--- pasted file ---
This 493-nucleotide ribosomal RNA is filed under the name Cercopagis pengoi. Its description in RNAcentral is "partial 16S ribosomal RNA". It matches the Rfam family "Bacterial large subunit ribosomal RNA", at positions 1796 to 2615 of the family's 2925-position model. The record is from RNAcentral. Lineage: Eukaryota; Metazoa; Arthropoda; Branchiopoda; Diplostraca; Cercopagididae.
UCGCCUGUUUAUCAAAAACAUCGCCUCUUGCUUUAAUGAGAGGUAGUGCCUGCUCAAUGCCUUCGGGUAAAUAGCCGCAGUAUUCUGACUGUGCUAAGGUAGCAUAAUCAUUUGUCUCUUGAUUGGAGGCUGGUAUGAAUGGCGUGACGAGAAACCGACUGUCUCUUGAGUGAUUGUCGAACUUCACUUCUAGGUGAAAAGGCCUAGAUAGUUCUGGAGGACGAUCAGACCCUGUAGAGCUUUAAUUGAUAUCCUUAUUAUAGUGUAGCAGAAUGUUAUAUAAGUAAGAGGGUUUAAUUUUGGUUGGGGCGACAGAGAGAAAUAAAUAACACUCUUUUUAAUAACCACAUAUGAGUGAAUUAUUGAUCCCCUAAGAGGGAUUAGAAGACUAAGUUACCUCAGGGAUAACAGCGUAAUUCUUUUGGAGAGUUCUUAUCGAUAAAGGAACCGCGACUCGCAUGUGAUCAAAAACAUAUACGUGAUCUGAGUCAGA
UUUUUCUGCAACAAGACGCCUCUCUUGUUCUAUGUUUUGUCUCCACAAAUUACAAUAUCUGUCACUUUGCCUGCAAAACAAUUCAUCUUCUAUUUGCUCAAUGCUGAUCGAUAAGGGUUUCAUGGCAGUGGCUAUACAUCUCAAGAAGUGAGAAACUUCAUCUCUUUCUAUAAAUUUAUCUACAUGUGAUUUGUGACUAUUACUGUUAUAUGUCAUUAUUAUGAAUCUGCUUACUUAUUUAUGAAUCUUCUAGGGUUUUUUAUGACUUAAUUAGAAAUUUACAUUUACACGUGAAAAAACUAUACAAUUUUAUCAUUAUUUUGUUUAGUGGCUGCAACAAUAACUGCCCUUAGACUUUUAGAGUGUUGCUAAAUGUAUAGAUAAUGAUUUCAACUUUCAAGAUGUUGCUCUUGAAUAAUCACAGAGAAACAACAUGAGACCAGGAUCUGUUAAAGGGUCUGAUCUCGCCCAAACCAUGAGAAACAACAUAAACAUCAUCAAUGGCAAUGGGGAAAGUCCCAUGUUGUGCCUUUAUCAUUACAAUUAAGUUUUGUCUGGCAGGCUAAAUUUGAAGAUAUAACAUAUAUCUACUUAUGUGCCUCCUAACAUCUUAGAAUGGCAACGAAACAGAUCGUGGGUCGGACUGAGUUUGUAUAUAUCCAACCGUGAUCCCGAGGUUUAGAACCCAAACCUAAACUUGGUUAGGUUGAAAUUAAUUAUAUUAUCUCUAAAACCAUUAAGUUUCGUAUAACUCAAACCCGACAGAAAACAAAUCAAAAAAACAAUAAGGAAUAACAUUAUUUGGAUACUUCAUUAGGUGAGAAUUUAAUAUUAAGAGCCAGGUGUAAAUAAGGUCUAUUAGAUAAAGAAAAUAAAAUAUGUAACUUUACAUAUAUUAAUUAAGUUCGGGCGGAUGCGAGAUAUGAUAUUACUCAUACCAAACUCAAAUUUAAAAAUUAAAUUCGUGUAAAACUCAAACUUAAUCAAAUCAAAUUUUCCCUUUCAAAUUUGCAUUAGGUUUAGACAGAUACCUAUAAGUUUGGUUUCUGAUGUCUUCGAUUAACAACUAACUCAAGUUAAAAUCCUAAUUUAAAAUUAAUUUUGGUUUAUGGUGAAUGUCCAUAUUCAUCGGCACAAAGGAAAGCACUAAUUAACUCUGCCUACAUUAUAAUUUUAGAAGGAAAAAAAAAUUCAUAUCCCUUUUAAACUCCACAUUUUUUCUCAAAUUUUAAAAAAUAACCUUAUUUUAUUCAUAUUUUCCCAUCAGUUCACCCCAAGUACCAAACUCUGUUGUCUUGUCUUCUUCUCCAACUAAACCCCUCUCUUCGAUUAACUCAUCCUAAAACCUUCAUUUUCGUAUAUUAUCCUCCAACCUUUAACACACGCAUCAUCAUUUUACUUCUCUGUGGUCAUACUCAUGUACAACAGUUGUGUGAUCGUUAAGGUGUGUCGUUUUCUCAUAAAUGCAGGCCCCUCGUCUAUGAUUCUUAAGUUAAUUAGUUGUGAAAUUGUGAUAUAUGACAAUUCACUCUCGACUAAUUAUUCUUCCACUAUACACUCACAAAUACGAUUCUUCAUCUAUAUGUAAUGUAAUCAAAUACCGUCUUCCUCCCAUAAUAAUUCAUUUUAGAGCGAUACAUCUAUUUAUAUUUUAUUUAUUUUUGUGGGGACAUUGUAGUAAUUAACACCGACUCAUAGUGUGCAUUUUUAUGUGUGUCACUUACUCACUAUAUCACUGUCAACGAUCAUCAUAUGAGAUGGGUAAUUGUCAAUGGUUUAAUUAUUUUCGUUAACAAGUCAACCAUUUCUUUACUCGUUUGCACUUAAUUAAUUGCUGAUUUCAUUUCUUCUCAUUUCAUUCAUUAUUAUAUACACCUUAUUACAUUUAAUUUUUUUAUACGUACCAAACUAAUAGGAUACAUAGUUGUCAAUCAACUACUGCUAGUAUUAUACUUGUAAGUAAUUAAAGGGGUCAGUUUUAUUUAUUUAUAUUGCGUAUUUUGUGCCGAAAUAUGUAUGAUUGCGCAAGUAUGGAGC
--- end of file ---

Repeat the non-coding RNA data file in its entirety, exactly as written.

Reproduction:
This 493-nucleotide ribosomal RNA is filed under the name Cercopagis pengoi. Its description in RNAcentral is "partial 16S ribosomal RNA". It matches the Rfam family "Bacterial large subunit ribosomal RNA", at positions 1796 to 2615 of the family's 2925-position model. The record is from RNAcentral. Lineage: Eukaryota; Metazoa; Arthropoda; Branchiopoda; Diplostraca; Cercopagididae.
UCGCCUGUUUAUCAAAAACAUCGCCUCUUGCUUUAAUGAGAGGUAGUGCCUGCUCAAUGCCUUCGGGUAAAUAGCCGCAGUAUUCUGACUGUGCUAAGGUAGCAUAAUCAUUUGUCUCUUGAUUGGAGGCUGGUAUGAAUGGCGUGACGAGAAACCGACUGUCUCUUGAGUGAUUGUCGAACUUCACUUCUAGGUGAAAAGGCCUAGAUAGUUCUGGAGGACGAUCAGACCCUGUAGAGCUUUAAUUGAUAUCCUUAUUAUAGUGUAGCAGAAUGUUAUAUAAGUAAGAGGGUUUAAUUUUGGUUGGGGCGACAGAGAGAAAUAAAUAACACUCUUUUUAAUAACCACAUAUGAGUGAAUUAUUGAUCCCCUAAGAGGGAUUAGAAGACUAAGUUACCUCAGGGAUAACAGCGUAAUUCUUUUGGAGAGUUCUUAUCGAUAAAGGAACCGCGACUCGCAUGUGAUCAAAAACAUAUACGUGAUCUGAGUCAGA
UUUUUCUGCAACAAGACGCCUCUCUUGUUCUAUGUUUUGUCUCCACAAAUUACAAUAUCUGUCACUUUGCCUGCAAAACAAUUCAUCUUCUAUUUGCUCAAUGCUGAUCGAUAAGGGUUUCAUGGCAGUGGCUAUACAUCUCAAGAAGUGAGAAACUUCAUCUCUUUCUAUAAAUUUAUCUACAUGUGAUUUGUGACUAUUACUGUUAUAUGUCAUUAUUAUGAAUCUGCUUACUUAUUUAUGAAUCUUCUAGGGUUUUUUAUGACUUAAUUAGAAAUUUACAUUUACACGUGAAAAAACUAUACAAUUUUAUCAUUAUUUUGUUUAGUGGCUGCAACAAUAACUGCCCUUAGACUUUUAGAGUGUUGCUAAAUGUAUAGAUAAUGAUUUCAACUUUCAAGAUGUUGCUCUUGAAUAAUCACAGAGAAACAACAUGAGACCAGGAUCUGUUAAAGGGUCUGAUCUCGCCCAAACCAUGAGAAACAACAUAAACAUCAUCAAUGGCAAUGGGGAAAGUCCCAUGUUGUGCCUUUAUCAUUACAAUUAAGUUUUGUCUGGCAGGCUAAAUUUGAAGAUAUAACAUAUAUCUACUUAUGUGCCUCCUAACAUCUUAGAAUGGCAACGAAACAGAUCGUGGGUCGGACUGAGUUUGUAUAUAUCCAACCGUGAUCCCGAGGUUUAGAACCCAAACCUAAACUUGGUUAGGUUGAAAUUAAUUAUAUUAUCUCUAAAACCAUUAAGUUUCGUAUAACUCAAACCCGACAGAAAACAAAUCAAAAAAACAAUAAGGAAUAACAUUAUUUGGAUACUUCAUUAGGUGAGAAUUUAAUAUUAAGAGCCAGGUGUAAAUAAGGUCUAUUAGAUAAAGAAAAUAAAAUAUGUAACUUUACAUAUAUUAAUUAAGUUCGGGCGGAUGCGAGAUAUGAUAUUACUCAUACCAAACUCAAAUUUAAAAAUUAAAUUCGUGUAAAACUCAAACUUAAUCAAAUCAAAUUUUCCCUUUCAAAUUUGCAUUAGGUUUAGACAGAUACCUAUAAGUUUGGUUUCUGAUGUCUUCGAUUAACAACUAACUCAAGUUAAAAUCCUAAUUUAAAAUUAAUUUUGGUUUAUGGUGAAUGUCCAUAUUCAUCGGCACAAAGGAAAGCACUAAUUAACUCUGCCUACAUUAUAAUUUUAGAAGGAAAAAAAAAUUCAUAUCCCUUUUAAACUCCACAUUUUUUCUCAAAUUUUAAAAAAUAACCUUAUUUUAUUCAUAUUUUCCCAUCAGUUCACCCCAAGUACCAAACUCUGUUGUCUUGUCUUCUUCUCCAACUAAACCCCUCUCUUCGAUUAACUCAUCCUAAAACCUUCAUUUUCGUAUAUUAUCCUCCAACCUUUAACACACGCAUCAUCAUUUUACUUCUCUGUGGUCAUACUCAUGUACAACAGUUGUGUGAUCGUUAAGGUGUGUCGUUUUCUCAUAAAUGCAGGCCCCUCGUCUAUGAUUCUUAAGUUAAUUAGUUGUGAAAUUGUGAUAUAUGACAAUUCACUCUCGACUAAUUAUUCUUCCACUAUACACUCACAAAUACGAUUCUUCAUCUAUAUGUAAUGUAAUCAAAUACCGUCUUCCUCCCAUAAUAAUUCAUUUUAGAGCGAUACAUCUAUUUAUAUUUUAUUUAUUUUUGUGGGGACAUUGUAGUAAUUAACACCGACUCAUAGUGUGCAUUUUUAUGUGUGUCACUUACUCACUAUAUCACUGUCAACGAUCAUCAUAUGAGAUGGGUAAUUGUCAAUGGUUUAAUUAUUUUCGUUAACAAGUCAACCAUUUCUUUACUCGUUUGCACUUAAUUAAUUGCUGAUUUCAUUUCUUCUCAUUUCAUUCAUUAUUAUAUACACCUUAUUACAUUUAAUUUUUUUAUACGUACCAAACUAAUAGGAUACAUAGUUGUCAAUCAACUACUGCUAGUAUUAUACUUGUAAGUAAUUAAAGGGGUCAGUUUUAUUUAUUUAUAUUGCGUAUUUUGUGCCGAAAUAUGUAUGAUUGCGCAAGUAUGGAGC